Instead, CCP seem to be trying to communicate as and when they can, and unfortunately they also seem to regularly get these communications wrong. Who ever thought that putting the monacle adverts on the spash screen mere days after the Jita riots ended clearly had just returned from a long holiday and hadn’t caught up with the internal memos about recent events
Some things are clear:
- Eve now consists of FiS (Flying in Space) and WiS (Walking in Stations)
- Dust is coming, and I won’t be buying a PS3 to play it
- We need to alter the dictionary definition of micro so that CCP’s idea of micro-transactions don’t look completely stupid to everybody except them
Other things are not clear, for example summer is over in the UK, and I’m still only looking at a Minmatar Captain’s Quarters. How will this all develop? I really don’t know, and it’s not clear if CCP are absolutely sure either, and in fact I don’t think they are, which could be a good thing as long as they use that as an opportunity to change and adapt their strategy as they go.
As for the whole WiS thing – I have to say I’m disappointed. Having played SecondLife before (actually – do you play it or use it?), the idea of micro-transactions was something I would have bought in to as long as it was purely vanity items only. Yes, I would buy new clothes for my space Barbie (and Ken too!). I’d love to see my Legion and Charon emblazoned with my Corporate logo, and how cool would it be if that detail got damaged when you took armor and hull damage to your ship, so you had to decide whether to repair it or not, as sometimes not repairing it would be even more cool, i.e. seeing the pirate ship as his autocannons rip your hull apart, spewing your pod out into space, you look at the ship and see the scratched and burned logo of the Tuskers for example. Now that would be worth paying for!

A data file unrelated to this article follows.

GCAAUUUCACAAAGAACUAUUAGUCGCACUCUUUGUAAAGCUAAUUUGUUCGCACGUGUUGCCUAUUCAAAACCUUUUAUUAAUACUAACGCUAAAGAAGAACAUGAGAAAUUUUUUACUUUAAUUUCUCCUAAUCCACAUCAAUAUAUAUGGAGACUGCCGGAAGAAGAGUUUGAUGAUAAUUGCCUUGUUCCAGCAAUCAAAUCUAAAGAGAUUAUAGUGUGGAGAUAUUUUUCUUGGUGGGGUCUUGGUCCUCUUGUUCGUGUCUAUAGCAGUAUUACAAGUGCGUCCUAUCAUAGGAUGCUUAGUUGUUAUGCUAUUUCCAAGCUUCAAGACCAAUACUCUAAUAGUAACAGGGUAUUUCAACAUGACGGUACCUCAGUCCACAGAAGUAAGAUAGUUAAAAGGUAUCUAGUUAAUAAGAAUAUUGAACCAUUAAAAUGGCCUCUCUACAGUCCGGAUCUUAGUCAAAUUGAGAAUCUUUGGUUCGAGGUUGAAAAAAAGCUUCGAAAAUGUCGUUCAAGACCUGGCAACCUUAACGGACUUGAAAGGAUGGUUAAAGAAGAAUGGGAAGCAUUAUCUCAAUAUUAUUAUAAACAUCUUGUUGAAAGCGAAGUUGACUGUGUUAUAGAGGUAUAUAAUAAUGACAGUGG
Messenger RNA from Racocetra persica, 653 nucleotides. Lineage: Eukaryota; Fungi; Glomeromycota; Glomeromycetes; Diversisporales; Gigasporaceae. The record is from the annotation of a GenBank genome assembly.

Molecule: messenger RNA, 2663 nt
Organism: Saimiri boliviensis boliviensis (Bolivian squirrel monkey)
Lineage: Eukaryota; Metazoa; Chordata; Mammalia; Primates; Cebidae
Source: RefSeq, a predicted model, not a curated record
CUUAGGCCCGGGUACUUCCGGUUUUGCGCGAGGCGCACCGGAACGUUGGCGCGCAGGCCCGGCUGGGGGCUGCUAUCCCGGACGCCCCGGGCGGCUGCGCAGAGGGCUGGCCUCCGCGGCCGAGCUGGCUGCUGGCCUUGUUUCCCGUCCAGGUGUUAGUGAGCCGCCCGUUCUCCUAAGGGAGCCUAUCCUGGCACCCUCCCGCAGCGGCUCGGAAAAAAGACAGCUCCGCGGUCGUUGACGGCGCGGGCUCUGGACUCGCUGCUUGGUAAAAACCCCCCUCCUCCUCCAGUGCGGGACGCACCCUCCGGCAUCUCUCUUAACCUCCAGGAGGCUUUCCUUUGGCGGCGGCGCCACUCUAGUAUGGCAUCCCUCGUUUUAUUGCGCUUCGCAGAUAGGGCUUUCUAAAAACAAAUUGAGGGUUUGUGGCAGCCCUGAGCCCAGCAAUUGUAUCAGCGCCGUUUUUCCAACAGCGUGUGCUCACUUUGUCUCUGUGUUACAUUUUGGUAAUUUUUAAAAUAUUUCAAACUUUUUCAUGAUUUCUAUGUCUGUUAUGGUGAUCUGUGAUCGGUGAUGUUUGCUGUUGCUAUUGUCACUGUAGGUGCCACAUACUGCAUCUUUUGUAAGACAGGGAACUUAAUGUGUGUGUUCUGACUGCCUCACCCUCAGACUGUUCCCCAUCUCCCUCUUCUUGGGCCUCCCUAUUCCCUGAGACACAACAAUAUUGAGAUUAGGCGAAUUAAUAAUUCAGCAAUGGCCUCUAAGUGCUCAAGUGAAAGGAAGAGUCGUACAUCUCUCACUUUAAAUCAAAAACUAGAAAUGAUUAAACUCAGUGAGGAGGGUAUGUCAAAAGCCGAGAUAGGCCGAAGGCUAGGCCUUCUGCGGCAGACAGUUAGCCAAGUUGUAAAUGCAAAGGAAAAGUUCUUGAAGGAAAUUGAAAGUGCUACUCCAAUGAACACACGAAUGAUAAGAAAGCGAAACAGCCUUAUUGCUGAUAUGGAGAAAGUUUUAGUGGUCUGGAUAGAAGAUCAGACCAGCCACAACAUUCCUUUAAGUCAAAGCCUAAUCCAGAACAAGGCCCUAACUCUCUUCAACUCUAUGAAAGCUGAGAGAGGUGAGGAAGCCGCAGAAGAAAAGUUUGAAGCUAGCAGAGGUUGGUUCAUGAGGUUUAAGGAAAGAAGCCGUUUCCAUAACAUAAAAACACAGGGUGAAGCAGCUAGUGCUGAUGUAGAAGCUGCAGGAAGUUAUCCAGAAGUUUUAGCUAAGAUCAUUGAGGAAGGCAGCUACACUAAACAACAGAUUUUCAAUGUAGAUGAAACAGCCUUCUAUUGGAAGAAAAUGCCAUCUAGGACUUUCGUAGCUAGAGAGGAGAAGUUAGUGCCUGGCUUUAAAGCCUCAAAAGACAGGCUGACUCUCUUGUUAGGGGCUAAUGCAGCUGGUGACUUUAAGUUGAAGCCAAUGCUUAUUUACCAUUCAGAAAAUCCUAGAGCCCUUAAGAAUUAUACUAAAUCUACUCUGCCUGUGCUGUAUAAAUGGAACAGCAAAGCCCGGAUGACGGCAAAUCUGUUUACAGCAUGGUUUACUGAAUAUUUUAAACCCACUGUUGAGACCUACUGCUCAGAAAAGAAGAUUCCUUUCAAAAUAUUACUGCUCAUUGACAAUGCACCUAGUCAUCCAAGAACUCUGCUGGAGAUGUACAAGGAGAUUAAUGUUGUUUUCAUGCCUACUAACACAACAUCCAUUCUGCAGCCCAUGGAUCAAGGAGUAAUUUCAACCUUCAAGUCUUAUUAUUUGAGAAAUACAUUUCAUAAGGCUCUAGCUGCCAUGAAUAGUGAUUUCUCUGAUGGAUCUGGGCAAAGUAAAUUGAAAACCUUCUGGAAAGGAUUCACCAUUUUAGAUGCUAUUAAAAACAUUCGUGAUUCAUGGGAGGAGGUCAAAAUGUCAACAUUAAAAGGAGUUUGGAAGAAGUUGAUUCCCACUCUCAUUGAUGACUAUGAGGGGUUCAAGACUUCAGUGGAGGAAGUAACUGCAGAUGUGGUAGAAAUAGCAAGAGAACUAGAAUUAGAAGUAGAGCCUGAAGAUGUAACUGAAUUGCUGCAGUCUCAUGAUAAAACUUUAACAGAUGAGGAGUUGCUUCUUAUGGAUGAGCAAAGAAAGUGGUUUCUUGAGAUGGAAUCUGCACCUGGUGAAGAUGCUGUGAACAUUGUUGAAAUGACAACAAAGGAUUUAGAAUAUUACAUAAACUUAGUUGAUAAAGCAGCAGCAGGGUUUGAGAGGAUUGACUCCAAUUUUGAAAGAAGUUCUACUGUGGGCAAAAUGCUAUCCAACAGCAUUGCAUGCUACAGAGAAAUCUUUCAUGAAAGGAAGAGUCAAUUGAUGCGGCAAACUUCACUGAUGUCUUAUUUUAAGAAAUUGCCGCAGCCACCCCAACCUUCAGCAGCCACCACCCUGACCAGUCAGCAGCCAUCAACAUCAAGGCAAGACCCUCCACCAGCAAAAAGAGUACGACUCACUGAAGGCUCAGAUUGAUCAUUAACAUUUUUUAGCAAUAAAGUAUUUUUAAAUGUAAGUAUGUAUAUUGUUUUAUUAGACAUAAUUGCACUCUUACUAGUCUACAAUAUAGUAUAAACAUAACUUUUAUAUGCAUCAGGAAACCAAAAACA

But for me, I’m not rich enough (yet) to spend billions of ISK on buying some clothes. I would be able to afford some of the more budget clothing that has been promised (again CCP – where is this stuff?), but I’m still not sure I will spend the ISK as thre’s the nagging feeling of lack of value for ISK.
I think I’ll close this banter response fairly simply. In my opinion, to ensure the continued health and survival of the game, I think that CCP should:
- Be more active in balancing things – for example Super Capital ships (winter anybody?)
- Spend a bit more time refining / developing / finishing existing content
- Look up the dictionary definition of micro
- Take a long hard look at their current player base and then match that against their strategy for expanding the player base – more than one ball will need to be juggled here – recognis it and deal with it
The problem here is, and always will be, resources. By all accounts CCP has spread itself too thinly and is trying to do too much, so they end up having to launch Incarna probably 4 months earlier than they should have, probably because of some deadline in Dust.
I just hope that CCP can balance this though, as I love playing Eve, and there’s so much more I want to learn and do in the game, but if they get the resourcing wrong, then everything else just won’t work as smoothly. And that’s where the CSM come in, as the sounding board and sanity check. Let’s hope that the CMS are sane enough to do it!